Hours before the G7 finance meeting hosted by Canada commenced, President Trump unleashed steel and aluminum tariffs against Mexico, the European Union and its northern neighbor.
At that meeting, the secretary found himself largely isolated.
With Japanese Finance Minister Taro Aso telling reporters during the summit he almost "felt sorry" for Mnuchin given the heft of complaints on trade.
Then six US allies took a rare step of issuing a joint G7 statement without the support of the United States, deriding the administration's trade practices. They collectively asked Mnuchin to share their "unanimous concern and disappointment" to the US president, suggesting his recent trade actions would incite uncertainty, and dampen the goal of economic growth.
"The Americans have decided -- in our mind -- to take an action that is not at all constructive. It's actually destructive in our ability to get something done around tariffs on steel and aluminum," Canadian Finance Minister Bill Morneau told reporters at the closing press conference of the G7 summit in Whistler.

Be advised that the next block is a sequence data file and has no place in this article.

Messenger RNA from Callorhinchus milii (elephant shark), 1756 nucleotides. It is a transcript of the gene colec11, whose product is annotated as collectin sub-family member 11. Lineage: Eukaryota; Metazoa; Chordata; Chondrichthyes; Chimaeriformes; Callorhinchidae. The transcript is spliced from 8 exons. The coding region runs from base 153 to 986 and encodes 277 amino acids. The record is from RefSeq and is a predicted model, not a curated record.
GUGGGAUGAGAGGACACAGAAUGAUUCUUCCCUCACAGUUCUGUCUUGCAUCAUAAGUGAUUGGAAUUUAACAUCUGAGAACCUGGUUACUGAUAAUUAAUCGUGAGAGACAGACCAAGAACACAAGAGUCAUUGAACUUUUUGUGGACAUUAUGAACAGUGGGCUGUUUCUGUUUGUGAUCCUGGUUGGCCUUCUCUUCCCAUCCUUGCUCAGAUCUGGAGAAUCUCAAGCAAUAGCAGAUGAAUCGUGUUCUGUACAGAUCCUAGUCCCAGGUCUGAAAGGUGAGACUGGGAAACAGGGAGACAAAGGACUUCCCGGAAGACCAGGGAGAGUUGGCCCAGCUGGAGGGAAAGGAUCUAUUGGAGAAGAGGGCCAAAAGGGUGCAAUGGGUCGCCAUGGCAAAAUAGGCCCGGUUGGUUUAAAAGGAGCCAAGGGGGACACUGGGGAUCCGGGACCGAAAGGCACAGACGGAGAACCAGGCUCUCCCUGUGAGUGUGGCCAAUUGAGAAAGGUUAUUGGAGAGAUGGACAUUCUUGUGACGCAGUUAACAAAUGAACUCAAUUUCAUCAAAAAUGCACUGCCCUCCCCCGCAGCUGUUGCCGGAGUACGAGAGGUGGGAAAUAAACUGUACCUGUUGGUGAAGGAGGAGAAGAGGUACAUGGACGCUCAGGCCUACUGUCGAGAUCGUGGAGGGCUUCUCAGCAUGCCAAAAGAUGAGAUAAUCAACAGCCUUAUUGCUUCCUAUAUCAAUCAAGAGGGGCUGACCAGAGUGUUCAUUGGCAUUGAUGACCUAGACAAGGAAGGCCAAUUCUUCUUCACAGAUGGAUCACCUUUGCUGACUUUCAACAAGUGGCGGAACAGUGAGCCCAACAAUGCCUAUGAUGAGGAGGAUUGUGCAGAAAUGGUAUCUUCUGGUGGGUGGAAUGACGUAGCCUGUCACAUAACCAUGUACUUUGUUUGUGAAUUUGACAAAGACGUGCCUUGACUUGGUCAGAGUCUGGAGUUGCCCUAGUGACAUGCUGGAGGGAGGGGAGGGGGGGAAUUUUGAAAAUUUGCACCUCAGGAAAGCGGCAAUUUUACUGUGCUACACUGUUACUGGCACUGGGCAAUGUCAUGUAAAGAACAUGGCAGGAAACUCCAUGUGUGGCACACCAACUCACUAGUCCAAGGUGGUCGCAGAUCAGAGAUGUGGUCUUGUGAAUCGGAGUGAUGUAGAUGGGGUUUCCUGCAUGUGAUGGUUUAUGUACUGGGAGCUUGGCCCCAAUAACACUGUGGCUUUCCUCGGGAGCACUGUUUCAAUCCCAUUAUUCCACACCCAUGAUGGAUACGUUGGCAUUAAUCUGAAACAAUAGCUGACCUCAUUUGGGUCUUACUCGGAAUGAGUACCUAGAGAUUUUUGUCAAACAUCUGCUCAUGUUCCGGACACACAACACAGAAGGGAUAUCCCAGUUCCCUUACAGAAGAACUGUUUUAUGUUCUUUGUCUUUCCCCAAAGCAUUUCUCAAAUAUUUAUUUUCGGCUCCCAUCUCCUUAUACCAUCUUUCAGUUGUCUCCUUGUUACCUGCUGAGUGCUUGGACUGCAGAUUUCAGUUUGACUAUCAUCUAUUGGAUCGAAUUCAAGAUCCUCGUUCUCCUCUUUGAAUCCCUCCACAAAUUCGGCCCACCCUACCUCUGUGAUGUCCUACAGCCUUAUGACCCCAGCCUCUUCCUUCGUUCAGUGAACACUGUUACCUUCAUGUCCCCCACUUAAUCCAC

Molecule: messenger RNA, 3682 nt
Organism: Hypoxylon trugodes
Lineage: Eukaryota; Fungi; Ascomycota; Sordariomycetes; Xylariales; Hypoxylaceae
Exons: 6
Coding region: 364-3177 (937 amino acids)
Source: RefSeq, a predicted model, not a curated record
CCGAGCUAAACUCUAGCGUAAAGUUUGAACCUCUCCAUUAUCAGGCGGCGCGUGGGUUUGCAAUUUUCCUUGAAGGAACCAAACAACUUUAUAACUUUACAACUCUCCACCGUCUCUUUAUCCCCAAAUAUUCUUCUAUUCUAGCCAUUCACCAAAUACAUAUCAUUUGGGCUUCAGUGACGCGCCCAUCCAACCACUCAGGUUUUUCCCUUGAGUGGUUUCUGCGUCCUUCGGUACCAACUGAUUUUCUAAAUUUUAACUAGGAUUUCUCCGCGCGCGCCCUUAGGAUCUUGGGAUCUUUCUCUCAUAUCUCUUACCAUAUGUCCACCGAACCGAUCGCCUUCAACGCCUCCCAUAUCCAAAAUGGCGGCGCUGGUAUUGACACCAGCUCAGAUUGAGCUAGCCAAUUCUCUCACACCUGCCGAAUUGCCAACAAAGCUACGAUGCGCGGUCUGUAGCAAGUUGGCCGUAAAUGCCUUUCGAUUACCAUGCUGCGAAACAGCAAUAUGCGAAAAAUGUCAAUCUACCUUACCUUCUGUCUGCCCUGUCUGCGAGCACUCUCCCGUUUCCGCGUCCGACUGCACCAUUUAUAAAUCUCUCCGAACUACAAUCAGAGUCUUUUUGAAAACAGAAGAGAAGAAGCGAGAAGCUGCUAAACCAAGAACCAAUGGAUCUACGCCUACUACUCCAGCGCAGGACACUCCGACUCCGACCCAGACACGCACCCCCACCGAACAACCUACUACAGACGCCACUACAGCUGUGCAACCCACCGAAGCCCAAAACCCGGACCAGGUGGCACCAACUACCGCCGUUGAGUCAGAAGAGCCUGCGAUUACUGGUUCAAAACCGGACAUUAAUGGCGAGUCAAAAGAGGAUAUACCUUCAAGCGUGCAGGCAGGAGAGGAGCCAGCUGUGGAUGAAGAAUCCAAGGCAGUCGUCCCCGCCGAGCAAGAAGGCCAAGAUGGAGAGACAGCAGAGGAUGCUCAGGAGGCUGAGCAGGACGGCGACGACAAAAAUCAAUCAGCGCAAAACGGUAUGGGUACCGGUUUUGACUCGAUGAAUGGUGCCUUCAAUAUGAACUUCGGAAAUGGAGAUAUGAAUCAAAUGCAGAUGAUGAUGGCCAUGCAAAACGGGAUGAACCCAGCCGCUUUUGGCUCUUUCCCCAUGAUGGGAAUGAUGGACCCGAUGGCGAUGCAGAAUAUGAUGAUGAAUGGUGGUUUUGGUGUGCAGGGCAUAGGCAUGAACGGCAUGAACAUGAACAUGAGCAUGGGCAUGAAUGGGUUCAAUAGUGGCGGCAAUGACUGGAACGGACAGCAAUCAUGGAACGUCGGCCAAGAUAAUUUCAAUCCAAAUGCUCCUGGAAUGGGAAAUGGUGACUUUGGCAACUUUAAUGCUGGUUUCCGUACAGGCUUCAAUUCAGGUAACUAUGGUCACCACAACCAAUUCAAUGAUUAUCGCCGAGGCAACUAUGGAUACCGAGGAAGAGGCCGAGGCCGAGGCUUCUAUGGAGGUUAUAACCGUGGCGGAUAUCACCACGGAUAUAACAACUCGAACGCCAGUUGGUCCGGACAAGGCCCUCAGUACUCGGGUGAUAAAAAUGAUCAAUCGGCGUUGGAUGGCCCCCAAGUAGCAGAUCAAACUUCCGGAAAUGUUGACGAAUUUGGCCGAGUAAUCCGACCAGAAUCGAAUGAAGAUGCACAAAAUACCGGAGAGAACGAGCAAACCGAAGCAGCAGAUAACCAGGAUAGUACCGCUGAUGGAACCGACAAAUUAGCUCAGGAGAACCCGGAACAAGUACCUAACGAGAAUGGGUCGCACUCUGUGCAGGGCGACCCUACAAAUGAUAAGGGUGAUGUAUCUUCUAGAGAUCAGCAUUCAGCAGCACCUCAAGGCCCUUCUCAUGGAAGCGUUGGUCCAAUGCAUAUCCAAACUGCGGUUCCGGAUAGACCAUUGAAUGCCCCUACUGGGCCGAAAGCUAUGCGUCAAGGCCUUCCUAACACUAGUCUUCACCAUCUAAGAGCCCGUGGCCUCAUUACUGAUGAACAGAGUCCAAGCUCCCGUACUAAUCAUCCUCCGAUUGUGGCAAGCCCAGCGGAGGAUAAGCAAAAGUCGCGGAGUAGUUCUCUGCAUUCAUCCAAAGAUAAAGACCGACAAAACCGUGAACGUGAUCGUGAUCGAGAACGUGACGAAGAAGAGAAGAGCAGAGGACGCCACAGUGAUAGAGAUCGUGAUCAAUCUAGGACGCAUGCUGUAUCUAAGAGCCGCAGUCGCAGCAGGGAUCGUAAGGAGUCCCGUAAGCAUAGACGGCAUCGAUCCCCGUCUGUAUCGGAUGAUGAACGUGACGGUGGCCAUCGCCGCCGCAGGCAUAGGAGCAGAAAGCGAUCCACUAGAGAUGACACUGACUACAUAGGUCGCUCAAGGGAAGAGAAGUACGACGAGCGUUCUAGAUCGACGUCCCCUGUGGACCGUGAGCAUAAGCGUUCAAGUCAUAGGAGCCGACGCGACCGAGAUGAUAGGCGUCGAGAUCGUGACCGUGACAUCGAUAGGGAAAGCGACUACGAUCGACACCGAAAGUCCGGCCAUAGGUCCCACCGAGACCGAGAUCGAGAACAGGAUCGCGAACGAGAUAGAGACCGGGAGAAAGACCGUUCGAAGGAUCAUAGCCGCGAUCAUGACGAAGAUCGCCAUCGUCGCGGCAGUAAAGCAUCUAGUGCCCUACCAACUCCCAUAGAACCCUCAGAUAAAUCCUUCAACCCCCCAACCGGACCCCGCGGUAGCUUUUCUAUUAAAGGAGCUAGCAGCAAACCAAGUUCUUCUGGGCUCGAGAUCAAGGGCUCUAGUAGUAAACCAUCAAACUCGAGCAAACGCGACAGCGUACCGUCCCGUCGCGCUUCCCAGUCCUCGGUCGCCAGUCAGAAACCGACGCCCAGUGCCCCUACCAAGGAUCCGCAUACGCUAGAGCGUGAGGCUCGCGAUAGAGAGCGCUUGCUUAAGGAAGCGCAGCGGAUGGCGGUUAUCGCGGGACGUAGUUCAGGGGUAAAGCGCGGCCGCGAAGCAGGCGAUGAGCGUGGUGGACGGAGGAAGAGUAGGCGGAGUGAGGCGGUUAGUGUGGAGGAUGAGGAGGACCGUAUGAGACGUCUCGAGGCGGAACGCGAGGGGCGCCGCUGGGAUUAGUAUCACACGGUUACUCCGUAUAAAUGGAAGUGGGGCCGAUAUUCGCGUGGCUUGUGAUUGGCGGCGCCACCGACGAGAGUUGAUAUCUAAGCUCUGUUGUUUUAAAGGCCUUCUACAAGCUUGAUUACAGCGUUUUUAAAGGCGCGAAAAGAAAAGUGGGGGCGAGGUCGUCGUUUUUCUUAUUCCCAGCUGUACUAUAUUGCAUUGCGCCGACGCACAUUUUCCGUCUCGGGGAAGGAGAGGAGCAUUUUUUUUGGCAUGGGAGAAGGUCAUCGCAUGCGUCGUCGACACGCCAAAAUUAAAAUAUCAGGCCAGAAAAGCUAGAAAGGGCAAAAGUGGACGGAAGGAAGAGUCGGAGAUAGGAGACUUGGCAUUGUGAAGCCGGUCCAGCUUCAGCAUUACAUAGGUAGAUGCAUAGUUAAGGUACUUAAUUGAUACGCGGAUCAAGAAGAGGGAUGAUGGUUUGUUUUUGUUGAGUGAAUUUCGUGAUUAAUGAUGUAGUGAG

And just moments before Morneau began his closing press conference at the meeting, Trump fired yet another warning shot on Twitter he wasn't backing down.
"If we charge a country ZERO to sell their goods, and they charge us 25, 50 or even 100 percent to sell ours, it is UNFAIR and can no longer be tolerated. That is not Free or Fair Trade, it is Stupid Trade!" the president tweeted in June.
Mnuchin was a key campaign supporter for the president, traveling extensively with Trump on the campaign trail. A steadfast loyalist, Mnuchin has managed to avoid the public clashes that have led to the resignation or firings of other senior officials, including former Secretary of State Rex Tillerson and former national economic council director Gary Cohn.
Mnuchin has been careful this week to send an assuring message since arriving at the summit early Thursday that recent market volatility is simply a "normal correction," despite the president's high-profile remarks that the Fed is "making a mistake" by raising interest rates triggering the market rout.
"The fundamentals of the US economy couldn't be stronger," said Mnuchin in an interview with CNN early Thursday. "I see this as a normal correction."